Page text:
Sadly, as long as people continue to believe that it doesn't happen in my neck of the woods, victims are going to continue to stay hidden because they don't want to be known as the only victim around, and because when societies believe it doesn't happen to them, the message to victims is that since rape doesn't happen here, there must be something wrong with you that it happened to you. sigh.....
post #12 of 17
Good lord.... Renae, you say that the sexual assault rates in Latin America are not much different than in the US, but Latin American women are less likely to report it. Has anyone come up with any theories to explain that?

I can bring out the lack of confidence in the police here (which is due to their inefficiency and corruption) that it would be perceived that it is a waste of time to be reporting it.

The other reason is basically what you mentioned, about the perception that it doesn't happen here. Although few people would think that it is something wrong with the victim, that would be the message that comes across.
post #13 of 17
Originally posted by yoviher
Although few people would think that it is something wrong with the victim
Unfortunately, this is exactly what most people do believe. People tend to believe that as long as I'm a good person nothing bad will happen to me. They think this because it allows them to believe that the world is a safe place as long as they are good. So, because of this Just World Hypothesis in which bad things only happen to bad people, when they see a victim of a rape, they tell themselves "she must have done something wrong for this to have happened to her." So, they say things to her like, "why were you out with him?" or "what were you wearing" or "why did you go out to that pub" or other statements which tell her either directly or indirectly that it was her fault. We also see that in societies in which virginity is highly prized and expected, that the rates of reporting of sexual assaults goes down. This makes sense because having their virginity stolen "dirties" or "ruins" them.
post #14 of 17
Thread Starter 
...and if you don't believe that people try to blame the victim, just look at the Kobe Bryant case. That poor girl has had her name and picture splashed across the tabloids (in direct violation of Colorado state law too!). The defense is trying to get her whole sexual history admitted into court, i.e. public record. Their defense is that she is promiscuous (in other words - well, if she had sex with all of these men, then she couldn't have been raped by Kobe Bryant. Like she has no right to say "No" if she's not virginal...). Because of the high profile of the case, she has received multiple death threats, one person was arrested for trying to put a hit out on her, she can no longer hold down a job or attend school. Her life is ruined, essentially because she decided to report it. No matter what the outcome, she will probably have to move, change her name and appearance to avoid the stigma.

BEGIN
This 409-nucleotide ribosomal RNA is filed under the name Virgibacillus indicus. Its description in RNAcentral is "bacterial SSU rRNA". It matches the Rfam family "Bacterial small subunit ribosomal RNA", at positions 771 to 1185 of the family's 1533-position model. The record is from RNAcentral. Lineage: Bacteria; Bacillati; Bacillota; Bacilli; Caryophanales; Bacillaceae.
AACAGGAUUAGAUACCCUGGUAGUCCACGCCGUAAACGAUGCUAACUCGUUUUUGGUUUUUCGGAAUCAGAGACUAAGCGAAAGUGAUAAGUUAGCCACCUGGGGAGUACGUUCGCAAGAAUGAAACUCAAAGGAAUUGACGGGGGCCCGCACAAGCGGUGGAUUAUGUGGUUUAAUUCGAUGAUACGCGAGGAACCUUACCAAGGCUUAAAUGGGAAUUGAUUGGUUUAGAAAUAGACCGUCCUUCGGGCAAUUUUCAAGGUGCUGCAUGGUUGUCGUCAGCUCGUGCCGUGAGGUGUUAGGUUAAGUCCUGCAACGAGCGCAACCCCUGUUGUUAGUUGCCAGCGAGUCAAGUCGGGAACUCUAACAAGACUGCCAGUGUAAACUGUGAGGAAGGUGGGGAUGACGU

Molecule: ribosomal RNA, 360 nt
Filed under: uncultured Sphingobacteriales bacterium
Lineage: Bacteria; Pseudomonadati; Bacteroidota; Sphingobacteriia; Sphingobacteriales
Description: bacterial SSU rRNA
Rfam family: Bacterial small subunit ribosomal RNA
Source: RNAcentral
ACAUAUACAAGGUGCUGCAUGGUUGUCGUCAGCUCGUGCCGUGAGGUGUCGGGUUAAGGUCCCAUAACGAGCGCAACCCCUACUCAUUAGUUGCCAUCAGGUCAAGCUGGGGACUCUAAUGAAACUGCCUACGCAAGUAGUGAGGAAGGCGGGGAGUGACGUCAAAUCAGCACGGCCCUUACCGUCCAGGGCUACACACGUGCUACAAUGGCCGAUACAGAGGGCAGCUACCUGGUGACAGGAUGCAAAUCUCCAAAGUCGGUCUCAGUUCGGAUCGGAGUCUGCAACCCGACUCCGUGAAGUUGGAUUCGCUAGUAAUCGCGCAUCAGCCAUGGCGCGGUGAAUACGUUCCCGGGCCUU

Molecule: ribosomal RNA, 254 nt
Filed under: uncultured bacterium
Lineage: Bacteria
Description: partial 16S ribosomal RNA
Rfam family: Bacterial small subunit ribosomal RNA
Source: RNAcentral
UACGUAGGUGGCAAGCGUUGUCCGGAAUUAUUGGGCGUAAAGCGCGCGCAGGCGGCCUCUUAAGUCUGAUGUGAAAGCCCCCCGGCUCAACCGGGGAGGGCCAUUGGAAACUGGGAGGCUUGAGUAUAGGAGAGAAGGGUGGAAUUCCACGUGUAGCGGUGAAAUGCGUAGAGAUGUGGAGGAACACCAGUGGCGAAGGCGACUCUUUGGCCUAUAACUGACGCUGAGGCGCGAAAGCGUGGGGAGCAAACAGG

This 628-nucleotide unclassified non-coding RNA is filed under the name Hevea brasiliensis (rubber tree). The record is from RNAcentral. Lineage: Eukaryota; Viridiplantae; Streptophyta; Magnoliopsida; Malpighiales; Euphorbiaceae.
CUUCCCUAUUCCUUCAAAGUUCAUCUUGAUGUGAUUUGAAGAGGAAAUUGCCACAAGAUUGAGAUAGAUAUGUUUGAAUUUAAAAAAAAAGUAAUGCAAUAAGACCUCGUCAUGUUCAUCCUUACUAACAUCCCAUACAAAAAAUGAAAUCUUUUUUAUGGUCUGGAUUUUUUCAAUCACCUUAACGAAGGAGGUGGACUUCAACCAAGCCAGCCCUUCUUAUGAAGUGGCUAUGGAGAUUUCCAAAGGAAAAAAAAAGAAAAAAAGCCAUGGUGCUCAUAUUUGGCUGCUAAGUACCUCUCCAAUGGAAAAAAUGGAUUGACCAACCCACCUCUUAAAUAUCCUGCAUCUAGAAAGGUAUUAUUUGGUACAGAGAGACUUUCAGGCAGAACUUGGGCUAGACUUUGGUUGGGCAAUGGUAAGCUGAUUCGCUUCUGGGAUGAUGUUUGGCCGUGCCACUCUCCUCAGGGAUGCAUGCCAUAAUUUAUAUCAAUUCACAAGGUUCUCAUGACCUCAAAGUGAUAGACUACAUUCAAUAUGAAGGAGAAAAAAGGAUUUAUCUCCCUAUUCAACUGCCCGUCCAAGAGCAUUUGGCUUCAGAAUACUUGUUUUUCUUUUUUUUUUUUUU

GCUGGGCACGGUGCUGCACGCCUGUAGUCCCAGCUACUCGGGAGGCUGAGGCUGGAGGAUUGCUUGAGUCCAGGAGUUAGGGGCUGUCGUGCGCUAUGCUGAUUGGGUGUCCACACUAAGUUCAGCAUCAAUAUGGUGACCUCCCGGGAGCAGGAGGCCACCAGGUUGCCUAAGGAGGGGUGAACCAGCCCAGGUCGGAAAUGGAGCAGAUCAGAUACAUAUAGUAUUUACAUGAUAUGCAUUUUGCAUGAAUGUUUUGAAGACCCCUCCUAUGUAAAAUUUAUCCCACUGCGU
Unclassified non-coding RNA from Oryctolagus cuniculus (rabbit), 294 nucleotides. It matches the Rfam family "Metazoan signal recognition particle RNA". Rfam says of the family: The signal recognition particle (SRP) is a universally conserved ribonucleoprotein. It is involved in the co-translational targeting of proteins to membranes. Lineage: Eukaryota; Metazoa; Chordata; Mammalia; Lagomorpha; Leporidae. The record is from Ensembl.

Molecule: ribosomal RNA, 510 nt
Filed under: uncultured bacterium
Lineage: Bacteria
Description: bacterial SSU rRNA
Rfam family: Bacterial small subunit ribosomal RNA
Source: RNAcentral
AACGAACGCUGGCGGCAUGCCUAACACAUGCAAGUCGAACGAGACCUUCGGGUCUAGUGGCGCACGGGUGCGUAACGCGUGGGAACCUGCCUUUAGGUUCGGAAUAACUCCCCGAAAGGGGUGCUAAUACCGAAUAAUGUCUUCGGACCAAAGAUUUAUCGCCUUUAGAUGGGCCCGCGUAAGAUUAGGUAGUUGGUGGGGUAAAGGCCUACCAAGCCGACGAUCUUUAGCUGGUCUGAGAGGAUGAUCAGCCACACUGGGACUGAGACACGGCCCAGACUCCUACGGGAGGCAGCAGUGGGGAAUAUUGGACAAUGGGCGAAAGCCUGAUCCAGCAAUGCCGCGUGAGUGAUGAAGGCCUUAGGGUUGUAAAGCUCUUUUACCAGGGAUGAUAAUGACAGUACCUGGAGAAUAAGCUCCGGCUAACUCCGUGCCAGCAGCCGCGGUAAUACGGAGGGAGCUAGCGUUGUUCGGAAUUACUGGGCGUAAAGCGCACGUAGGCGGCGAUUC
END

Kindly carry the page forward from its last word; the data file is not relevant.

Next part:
Granted, that is involving a celebrity and international press, but the same things can happen on a smaller scale to anyone reporting rape. Now, put that into a context of a very male dominated and dominant culture that is seen in many Latin American countries...
post #15 of 17
Originally posted by valanhb
Now, put that into a context of a very male dominated and dominant culture that is seen in many Latin American countries...
I would like to beg to differ here: Feminism in most of Latin America, particularly Hispanic America is currently at almost the same level as in the US. Not to say we are perfect, the truth is that our culture is about as male dominated as that in North America or Western Europe. We still have problems with that, but when you look at them closely, they are most of the time, a Spanish translation of the same problems that are found in the states. Just remember that Latin American culture is an European/Western culture (it was just conquered by a different European power ), so it is not much different.

Nothing personal, just clearing a generalization/misconception.